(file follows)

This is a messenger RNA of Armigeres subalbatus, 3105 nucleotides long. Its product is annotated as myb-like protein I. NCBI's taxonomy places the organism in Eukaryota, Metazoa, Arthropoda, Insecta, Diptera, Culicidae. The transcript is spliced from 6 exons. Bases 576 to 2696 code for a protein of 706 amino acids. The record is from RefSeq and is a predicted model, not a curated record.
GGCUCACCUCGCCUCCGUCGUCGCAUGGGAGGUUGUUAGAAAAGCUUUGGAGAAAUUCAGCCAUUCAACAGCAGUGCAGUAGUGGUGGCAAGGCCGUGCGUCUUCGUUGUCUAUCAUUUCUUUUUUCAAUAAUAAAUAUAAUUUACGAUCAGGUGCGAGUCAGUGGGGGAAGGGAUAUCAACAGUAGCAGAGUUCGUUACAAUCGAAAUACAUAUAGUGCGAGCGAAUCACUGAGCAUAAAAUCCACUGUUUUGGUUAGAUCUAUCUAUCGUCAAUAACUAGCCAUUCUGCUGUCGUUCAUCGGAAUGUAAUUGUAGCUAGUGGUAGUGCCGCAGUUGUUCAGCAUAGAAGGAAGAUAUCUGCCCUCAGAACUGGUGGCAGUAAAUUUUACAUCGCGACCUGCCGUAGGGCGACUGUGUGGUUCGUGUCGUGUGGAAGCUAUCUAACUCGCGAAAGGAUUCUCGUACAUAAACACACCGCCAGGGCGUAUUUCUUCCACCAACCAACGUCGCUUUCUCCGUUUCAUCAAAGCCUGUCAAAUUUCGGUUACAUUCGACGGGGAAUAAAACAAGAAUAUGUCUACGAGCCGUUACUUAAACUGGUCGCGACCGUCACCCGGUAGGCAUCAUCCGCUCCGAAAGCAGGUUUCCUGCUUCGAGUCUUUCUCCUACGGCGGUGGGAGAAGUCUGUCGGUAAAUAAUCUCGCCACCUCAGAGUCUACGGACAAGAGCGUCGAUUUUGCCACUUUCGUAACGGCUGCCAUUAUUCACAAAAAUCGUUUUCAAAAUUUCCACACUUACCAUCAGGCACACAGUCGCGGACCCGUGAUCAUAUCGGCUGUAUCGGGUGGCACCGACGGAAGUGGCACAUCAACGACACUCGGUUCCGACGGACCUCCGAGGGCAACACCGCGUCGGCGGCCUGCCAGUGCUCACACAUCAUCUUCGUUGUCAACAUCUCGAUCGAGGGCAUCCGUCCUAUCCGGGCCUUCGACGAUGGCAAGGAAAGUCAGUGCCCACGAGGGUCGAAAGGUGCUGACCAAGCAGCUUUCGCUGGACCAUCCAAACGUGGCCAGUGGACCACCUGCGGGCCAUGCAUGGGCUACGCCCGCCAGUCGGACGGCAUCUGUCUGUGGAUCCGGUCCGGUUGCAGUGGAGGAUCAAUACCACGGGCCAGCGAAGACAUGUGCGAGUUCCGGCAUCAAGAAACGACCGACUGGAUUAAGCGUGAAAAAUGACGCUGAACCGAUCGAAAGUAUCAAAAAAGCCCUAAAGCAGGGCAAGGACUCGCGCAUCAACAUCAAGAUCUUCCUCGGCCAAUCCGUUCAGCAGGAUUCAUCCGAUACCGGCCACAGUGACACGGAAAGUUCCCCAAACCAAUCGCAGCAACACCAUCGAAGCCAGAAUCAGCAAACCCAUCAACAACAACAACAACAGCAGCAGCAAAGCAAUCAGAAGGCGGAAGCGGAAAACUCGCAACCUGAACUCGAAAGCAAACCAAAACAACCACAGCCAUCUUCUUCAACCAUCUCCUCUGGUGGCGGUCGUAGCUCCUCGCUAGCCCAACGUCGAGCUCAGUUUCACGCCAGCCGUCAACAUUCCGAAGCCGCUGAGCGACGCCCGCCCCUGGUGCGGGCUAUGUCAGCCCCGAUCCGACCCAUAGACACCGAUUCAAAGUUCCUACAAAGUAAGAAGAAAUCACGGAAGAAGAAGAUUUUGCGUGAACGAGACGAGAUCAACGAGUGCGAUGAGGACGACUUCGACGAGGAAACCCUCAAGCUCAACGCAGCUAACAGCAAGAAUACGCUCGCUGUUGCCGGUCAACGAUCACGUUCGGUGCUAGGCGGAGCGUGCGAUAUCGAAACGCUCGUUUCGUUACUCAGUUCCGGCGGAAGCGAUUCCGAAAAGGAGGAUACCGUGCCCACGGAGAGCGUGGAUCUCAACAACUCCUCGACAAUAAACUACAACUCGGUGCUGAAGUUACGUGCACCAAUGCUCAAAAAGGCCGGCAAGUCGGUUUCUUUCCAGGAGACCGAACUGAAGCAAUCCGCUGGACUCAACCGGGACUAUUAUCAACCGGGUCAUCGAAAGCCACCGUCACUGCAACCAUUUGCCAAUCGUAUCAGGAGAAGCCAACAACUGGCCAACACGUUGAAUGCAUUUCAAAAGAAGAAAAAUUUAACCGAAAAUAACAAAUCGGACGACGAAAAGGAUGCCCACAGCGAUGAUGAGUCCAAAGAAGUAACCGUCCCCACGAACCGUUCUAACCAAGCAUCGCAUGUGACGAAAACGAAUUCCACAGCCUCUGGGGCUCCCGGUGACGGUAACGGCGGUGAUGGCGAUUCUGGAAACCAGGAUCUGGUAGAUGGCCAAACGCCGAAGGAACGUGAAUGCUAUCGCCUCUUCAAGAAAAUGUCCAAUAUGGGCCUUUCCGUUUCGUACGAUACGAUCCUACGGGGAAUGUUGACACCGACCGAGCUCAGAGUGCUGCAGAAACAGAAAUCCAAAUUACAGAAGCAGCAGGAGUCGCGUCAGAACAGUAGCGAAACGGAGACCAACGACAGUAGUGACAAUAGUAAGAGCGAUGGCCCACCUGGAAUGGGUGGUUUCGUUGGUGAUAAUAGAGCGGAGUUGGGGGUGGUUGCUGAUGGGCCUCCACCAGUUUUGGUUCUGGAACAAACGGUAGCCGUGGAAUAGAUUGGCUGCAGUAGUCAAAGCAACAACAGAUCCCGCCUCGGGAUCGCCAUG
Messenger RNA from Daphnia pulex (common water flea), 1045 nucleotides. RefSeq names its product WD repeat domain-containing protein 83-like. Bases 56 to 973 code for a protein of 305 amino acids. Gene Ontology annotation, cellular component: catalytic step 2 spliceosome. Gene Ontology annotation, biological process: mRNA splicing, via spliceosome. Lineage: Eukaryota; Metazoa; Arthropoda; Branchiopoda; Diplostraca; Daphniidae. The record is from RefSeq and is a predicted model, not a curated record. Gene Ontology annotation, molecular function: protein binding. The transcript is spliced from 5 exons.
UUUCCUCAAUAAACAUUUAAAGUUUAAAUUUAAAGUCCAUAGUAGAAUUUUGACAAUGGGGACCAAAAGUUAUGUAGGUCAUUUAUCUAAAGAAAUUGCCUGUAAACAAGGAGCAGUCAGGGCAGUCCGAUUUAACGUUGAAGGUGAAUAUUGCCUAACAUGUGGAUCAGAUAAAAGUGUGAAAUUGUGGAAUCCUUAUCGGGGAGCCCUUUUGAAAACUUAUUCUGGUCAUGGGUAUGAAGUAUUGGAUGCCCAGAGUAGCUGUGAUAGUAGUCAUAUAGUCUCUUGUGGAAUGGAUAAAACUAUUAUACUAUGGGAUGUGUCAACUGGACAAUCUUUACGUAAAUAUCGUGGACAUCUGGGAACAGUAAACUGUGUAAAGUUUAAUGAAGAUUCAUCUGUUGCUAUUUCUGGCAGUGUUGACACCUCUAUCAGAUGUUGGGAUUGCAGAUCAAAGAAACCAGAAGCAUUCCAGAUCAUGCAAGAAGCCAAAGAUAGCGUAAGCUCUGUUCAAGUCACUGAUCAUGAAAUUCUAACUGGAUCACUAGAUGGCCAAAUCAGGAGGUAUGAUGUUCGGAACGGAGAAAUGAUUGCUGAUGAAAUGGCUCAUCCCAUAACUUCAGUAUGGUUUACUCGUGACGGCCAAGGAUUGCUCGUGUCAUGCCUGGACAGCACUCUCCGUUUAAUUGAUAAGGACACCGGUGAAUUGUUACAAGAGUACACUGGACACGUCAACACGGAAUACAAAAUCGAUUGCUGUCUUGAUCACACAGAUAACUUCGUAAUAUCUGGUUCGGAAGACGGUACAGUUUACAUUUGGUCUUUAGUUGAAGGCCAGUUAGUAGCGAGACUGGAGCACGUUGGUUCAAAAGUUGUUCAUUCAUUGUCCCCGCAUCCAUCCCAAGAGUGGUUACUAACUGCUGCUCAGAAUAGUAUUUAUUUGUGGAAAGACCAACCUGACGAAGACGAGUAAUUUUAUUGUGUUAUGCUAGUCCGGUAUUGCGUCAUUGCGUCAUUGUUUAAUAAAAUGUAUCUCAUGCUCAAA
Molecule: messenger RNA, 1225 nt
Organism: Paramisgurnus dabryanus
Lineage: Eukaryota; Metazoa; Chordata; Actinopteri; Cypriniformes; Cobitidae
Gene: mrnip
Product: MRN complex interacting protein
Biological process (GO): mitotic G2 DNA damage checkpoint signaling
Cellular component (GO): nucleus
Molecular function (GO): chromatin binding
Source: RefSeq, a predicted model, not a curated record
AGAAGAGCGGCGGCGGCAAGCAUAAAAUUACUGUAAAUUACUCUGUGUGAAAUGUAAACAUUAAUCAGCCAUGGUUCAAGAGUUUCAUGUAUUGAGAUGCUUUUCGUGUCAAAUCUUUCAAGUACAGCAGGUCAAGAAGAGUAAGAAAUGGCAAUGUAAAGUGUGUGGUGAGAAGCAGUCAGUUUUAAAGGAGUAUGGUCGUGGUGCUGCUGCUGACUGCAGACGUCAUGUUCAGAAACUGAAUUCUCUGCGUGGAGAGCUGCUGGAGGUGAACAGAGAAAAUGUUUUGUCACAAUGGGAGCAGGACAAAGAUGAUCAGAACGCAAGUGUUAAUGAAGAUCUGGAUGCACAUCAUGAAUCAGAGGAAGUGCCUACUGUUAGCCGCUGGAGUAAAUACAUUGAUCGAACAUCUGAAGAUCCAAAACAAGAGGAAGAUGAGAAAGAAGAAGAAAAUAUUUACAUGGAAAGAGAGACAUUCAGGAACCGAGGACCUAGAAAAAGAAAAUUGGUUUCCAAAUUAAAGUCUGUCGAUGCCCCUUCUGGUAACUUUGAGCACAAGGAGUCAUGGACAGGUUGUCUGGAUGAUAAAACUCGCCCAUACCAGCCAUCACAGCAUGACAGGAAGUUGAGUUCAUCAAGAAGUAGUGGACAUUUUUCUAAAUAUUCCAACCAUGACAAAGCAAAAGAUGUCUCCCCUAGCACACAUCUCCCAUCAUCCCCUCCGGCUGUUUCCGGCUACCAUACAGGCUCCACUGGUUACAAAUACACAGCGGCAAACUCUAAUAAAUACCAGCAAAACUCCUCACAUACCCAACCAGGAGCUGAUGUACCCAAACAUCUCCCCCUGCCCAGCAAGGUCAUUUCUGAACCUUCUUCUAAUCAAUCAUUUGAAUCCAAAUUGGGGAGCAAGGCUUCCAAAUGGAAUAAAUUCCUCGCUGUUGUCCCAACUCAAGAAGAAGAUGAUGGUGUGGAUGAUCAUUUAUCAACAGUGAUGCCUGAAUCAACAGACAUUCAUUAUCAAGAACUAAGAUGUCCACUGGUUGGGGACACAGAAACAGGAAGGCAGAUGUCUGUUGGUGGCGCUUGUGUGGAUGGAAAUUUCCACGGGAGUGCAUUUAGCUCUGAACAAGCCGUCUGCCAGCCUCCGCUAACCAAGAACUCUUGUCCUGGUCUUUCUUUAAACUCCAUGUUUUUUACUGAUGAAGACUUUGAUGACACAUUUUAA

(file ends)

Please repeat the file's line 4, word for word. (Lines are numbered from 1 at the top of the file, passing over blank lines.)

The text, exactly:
UUUCCUCAAUAAACAUUUAAAGUUUAAAUUUAAAGUCCAUAGUAGAAUUUUGACAAUGGGGACCAAAAGUUAUGUAGGUCAUUUAUCUAAAGAAAUUGCCUGUAAACAAGGAGCAGUCAGGGCAGUCCGAUUUAACGUUGAAGGUGAAUAUUGCCUAACAUGUGGAUCAGAUAAAAGUGUGAAAUUGUGGAAUCCUUAUCGGGGAGCCCUUUUGAAAACUUAUUCUGGUCAUGGGUAUGAAGUAUUGGAUGCCCAGAGUAGCUGUGAUAGUAGUCAUAUAGUCUCUUGUGGAAUGGAUAAAACUAUUAUACUAUGGGAUGUGUCAACUGGACAAUCUUUACGUAAAUAUCGUGGACAUCUGGGAACAGUAAACUGUGUAAAGUUUAAUGAAGAUUCAUCUGUUGCUAUUUCUGGCAGUGUUGACACCUCUAUCAGAUGUUGGGAUUGCAGAUCAAAGAAACCAGAAGCAUUCCAGAUCAUGCAAGAAGCCAAAGAUAGCGUAAGCUCUGUUCAAGUCACUGAUCAUGAAAUUCUAACUGGAUCACUAGAUGGCCAAAUCAGGAGGUAUGAUGUUCGGAACGGAGAAAUGAUUGCUGAUGAAAUGGCUCAUCCCAUAACUUCAGUAUGGUUUACUCGUGACGGCCAAGGAUUGCUCGUGUCAUGCCUGGACAGCACUCUCCGUUUAAUUGAUAAGGACACCGGUGAAUUGUUACAAGAGUACACUGGACACGUCAACACGGAAUACAAAAUCGAUUGCUGUCUUGAUCACACAGAUAACUUCGUAAUAUCUGGUUCGGAAGACGGUACAGUUUACAUUUGGUCUUUAGUUGAAGGCCAGUUAGUAGCGAGACUGGAGCACGUUGGUUCAAAAGUUGUUCAUUCAUUGUCCCCGCAUCCAUCCCAAGAGUGGUUACUAACUGCUGCUCAGAAUAGUAUUUAUUUGUGGAAAGACCAACCUGACGAAGACGAGUAAUUUUAUUGUGUUAUGCUAGUCCGGUAUUGCGUCAUUGCGUCAUUGUUUAAUAAAAUGUAUCUCAUGCUCAAA